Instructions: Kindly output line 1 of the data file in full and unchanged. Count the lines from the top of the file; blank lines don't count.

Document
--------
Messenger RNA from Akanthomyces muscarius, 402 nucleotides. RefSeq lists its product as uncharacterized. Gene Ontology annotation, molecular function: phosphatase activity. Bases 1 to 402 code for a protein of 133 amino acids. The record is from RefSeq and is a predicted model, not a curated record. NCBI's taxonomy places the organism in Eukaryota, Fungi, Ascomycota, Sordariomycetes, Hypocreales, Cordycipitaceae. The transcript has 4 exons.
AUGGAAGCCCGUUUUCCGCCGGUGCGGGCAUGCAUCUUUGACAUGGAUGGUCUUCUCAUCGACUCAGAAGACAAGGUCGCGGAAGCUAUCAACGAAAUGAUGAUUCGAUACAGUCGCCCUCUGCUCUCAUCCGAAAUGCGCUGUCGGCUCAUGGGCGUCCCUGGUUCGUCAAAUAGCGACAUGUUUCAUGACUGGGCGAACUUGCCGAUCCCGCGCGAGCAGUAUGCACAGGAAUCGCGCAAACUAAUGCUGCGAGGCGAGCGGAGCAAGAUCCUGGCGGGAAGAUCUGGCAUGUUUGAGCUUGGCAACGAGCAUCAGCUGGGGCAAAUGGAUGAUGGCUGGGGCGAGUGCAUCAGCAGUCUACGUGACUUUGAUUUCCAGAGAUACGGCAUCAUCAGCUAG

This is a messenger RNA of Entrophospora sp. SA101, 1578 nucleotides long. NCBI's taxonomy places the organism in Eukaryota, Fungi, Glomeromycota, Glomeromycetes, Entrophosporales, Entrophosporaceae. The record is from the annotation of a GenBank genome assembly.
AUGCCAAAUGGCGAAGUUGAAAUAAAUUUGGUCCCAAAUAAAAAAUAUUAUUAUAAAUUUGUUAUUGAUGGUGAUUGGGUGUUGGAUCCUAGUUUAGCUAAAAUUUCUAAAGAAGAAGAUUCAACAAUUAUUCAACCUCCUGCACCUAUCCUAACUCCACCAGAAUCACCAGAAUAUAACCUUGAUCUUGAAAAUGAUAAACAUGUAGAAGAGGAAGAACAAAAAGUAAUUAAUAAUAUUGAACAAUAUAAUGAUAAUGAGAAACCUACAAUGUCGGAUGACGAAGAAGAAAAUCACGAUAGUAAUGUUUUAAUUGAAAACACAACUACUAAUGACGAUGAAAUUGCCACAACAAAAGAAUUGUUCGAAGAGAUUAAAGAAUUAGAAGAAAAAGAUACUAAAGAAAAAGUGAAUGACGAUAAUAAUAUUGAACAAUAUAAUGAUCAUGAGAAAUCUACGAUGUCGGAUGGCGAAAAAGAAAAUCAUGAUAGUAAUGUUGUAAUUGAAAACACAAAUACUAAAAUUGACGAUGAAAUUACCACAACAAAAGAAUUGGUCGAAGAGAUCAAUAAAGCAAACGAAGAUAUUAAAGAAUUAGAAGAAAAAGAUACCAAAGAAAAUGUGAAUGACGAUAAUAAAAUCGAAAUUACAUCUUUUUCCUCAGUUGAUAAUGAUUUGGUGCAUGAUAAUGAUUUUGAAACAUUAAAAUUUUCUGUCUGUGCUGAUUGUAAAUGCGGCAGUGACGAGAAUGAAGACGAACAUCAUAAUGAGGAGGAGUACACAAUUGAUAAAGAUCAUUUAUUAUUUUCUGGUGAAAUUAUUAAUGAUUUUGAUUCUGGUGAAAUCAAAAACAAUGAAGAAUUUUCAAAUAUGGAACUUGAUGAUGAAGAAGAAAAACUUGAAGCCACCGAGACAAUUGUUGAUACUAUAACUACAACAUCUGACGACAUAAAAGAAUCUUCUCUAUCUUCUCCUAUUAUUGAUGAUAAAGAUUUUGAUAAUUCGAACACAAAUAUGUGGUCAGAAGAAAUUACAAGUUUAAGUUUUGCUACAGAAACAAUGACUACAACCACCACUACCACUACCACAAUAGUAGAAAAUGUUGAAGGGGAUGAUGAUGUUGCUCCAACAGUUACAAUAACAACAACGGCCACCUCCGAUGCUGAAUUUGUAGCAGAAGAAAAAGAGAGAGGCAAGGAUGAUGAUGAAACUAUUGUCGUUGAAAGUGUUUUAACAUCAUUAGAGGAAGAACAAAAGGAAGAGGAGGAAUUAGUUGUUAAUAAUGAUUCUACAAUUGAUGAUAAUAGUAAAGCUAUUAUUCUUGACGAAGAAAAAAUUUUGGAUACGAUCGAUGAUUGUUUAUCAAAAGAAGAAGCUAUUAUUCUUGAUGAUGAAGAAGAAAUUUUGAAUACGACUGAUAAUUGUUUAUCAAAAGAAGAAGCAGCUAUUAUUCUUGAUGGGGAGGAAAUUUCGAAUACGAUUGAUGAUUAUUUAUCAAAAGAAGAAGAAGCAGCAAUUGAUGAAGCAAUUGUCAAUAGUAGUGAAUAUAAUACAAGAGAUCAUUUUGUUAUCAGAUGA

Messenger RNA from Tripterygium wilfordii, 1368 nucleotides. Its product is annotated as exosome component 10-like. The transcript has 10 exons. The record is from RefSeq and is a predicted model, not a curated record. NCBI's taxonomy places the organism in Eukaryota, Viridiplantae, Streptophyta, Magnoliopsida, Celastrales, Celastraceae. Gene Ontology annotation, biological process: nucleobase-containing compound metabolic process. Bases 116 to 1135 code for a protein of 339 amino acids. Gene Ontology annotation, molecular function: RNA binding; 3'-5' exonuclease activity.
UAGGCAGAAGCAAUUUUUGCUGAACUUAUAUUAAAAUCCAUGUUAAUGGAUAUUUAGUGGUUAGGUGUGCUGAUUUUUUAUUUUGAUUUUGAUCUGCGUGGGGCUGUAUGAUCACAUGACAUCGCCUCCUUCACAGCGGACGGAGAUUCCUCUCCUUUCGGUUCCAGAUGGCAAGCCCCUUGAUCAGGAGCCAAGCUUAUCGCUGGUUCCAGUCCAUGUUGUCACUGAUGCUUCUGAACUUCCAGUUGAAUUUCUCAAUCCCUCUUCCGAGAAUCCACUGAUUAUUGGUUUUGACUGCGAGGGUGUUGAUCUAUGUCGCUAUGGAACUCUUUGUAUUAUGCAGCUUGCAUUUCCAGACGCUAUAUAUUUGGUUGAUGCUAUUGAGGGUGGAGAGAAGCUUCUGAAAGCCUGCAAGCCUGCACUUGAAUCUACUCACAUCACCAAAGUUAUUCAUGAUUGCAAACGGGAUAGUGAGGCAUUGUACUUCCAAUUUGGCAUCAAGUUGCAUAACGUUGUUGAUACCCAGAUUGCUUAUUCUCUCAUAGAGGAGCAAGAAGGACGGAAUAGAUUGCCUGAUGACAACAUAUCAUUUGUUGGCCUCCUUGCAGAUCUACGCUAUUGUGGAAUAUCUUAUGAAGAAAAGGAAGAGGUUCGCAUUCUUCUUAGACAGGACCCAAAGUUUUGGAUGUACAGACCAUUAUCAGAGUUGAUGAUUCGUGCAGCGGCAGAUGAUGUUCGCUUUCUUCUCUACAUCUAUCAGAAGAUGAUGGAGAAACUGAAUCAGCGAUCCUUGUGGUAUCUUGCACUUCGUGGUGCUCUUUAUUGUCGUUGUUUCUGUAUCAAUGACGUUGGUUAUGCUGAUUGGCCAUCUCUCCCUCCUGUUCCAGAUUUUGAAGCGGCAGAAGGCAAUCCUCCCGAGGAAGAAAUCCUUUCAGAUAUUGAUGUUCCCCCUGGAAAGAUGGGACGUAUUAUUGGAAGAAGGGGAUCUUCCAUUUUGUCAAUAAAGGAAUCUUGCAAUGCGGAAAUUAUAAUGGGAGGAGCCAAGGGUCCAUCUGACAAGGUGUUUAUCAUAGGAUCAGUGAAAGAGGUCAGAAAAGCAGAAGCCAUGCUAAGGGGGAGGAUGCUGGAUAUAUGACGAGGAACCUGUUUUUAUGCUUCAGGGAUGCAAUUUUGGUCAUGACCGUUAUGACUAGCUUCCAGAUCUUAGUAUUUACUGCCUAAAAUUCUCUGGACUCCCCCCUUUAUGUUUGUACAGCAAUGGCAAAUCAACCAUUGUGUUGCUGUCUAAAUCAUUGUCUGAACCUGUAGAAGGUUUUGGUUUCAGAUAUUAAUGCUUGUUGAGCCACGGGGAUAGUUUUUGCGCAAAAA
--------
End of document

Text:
Messenger RNA from Akanthomyces muscarius, 402 nucleotides. RefSeq lists its product as uncharacterized. Gene Ontology annotation, molecular function: phosphatase activity. Bases 1 to 402 code for a protein of 133 amino acids. The record is from RefSeq and is a predicted model, not a curated record. NCBI's taxonomy places the organism in Eukaryota, Fungi, Ascomycota, Sordariomycetes, Hypocreales, Cordycipitaceae. The transcript has 4 exons.